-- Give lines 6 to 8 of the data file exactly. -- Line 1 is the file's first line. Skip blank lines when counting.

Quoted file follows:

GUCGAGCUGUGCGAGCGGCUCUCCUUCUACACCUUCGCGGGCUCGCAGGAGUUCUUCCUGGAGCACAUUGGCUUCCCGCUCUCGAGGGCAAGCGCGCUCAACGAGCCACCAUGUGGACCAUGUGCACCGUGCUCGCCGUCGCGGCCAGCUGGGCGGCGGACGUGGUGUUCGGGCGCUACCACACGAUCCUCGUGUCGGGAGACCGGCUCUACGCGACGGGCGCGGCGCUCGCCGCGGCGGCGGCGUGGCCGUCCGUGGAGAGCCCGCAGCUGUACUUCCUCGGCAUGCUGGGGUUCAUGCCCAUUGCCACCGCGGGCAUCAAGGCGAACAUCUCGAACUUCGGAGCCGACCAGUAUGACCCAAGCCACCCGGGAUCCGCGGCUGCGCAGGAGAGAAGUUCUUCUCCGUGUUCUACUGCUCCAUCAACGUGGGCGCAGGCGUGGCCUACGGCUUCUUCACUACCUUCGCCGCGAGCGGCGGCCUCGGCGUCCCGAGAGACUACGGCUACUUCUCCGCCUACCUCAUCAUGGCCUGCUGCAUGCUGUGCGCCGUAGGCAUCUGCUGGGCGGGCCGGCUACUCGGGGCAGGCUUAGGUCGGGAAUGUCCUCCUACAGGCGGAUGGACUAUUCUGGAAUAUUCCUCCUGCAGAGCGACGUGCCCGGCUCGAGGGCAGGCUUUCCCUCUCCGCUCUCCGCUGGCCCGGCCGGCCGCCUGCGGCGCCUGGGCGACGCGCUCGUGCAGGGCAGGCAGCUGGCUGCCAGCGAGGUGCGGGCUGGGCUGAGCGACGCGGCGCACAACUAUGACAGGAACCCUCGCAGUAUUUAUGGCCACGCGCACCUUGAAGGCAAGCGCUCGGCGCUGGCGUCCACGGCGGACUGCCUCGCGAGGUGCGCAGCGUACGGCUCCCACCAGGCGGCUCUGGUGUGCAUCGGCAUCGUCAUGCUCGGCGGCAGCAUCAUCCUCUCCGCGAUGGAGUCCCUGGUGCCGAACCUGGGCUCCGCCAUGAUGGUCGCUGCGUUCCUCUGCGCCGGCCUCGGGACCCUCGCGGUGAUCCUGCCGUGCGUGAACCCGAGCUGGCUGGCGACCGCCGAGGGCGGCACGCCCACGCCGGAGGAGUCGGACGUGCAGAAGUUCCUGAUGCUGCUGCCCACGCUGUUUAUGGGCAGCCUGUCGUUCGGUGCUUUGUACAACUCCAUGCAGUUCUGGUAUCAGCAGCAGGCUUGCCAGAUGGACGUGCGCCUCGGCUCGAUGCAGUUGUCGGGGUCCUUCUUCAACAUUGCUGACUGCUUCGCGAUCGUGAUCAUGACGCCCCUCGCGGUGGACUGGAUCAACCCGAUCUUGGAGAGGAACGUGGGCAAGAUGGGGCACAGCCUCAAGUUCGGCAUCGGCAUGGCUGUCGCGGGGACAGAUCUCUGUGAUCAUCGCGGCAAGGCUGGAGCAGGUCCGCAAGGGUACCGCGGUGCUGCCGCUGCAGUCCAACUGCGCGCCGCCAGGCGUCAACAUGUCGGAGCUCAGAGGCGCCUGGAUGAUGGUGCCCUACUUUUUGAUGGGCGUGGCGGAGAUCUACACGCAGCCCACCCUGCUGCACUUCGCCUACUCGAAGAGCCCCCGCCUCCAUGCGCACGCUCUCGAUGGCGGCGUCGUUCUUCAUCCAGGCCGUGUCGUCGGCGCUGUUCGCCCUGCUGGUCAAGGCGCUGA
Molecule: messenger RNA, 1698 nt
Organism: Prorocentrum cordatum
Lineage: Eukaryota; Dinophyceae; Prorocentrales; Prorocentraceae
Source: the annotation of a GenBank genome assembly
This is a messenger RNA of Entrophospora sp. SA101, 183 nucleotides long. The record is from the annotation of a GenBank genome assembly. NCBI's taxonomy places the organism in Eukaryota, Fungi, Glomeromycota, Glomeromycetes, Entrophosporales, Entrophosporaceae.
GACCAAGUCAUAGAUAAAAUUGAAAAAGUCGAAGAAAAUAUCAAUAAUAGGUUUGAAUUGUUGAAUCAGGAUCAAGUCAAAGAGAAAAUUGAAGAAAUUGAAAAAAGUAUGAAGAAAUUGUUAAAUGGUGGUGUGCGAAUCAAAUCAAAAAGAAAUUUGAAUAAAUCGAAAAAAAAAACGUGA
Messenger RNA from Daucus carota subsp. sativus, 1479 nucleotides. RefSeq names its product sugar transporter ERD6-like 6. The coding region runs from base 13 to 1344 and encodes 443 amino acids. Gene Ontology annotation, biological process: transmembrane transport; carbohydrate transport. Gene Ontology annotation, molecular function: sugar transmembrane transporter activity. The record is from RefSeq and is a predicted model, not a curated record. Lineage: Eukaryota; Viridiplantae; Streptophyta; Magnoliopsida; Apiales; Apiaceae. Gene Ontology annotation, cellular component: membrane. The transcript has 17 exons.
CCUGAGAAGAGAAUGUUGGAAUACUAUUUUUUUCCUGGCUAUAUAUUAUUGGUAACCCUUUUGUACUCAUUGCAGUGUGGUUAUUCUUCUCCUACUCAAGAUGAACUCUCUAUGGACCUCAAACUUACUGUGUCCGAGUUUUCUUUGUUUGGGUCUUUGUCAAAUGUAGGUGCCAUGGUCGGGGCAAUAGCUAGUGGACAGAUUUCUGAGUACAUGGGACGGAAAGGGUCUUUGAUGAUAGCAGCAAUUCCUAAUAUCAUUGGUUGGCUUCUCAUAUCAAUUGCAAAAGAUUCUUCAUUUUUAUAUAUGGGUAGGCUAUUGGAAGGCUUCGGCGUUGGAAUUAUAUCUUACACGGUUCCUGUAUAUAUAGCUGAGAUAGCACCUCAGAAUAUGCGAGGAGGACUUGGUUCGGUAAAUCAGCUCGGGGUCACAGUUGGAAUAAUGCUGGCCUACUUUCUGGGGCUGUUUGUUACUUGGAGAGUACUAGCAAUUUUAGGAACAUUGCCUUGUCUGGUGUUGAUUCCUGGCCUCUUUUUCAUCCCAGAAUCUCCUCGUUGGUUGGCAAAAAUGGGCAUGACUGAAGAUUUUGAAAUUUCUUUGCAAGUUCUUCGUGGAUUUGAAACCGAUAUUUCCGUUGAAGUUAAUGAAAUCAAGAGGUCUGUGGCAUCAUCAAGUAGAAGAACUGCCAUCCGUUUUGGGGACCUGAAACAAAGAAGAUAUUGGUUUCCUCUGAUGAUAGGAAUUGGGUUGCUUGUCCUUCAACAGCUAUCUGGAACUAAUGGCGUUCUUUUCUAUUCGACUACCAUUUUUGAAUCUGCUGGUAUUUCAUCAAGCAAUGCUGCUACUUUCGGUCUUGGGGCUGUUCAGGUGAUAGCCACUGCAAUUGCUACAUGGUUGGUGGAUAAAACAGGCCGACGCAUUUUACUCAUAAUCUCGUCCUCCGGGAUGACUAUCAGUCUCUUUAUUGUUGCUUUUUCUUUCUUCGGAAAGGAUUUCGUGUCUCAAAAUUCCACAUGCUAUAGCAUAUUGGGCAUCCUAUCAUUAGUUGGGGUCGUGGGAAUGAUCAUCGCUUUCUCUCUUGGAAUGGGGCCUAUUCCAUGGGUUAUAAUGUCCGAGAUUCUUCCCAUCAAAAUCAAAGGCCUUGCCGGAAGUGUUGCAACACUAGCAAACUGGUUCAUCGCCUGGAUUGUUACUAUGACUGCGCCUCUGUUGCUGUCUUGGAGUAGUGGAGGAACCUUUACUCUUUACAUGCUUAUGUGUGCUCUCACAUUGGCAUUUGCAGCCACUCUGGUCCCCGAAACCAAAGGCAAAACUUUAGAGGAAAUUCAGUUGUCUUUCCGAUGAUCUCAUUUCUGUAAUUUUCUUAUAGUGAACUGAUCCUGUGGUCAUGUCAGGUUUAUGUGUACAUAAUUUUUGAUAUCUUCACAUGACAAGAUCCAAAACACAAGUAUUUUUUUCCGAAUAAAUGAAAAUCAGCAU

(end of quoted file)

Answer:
This is a messenger RNA of Entrophospora sp. SA101, 183 nucleotides long. The record is from the annotation of a GenBank genome assembly. NCBI's taxonomy places the organism in Eukaryota, Fungi, Glomeromycota, Glomeromycetes, Entrophosporales, Entrophosporaceae.
GACCAAGUCAUAGAUAAAAUUGAAAAAGUCGAAGAAAAUAUCAAUAAUAGGUUUGAAUUGUUGAAUCAGGAUCAAGUCAAAGAGAAAAUUGAAGAAAUUGAAAAAAGUAUGAAGAAAUUGUUAAAUGGUGGUGUGCGAAUCAAAUCAAAAAGAAAUUUGAAUAAAUCGAAAAAAAAAACGUGA
Messenger RNA from Daucus carota subsp. sativus, 1479 nucleotides. RefSeq names its product sugar transporter ERD6-like 6. The coding region runs from base 13 to 1344 and encodes 443 amino acids. Gene Ontology annotation, biological process: transmembrane transport; carbohydrate transport. Gene Ontology annotation, molecular function: sugar transmembrane transporter activity. The record is from RefSeq and is a predicted model, not a curated record. Lineage: Eukaryota; Viridiplantae; Streptophyta; Magnoliopsida; Apiales; Apiaceae. Gene Ontology annotation, cellular component: membrane. The transcript has 17 exons.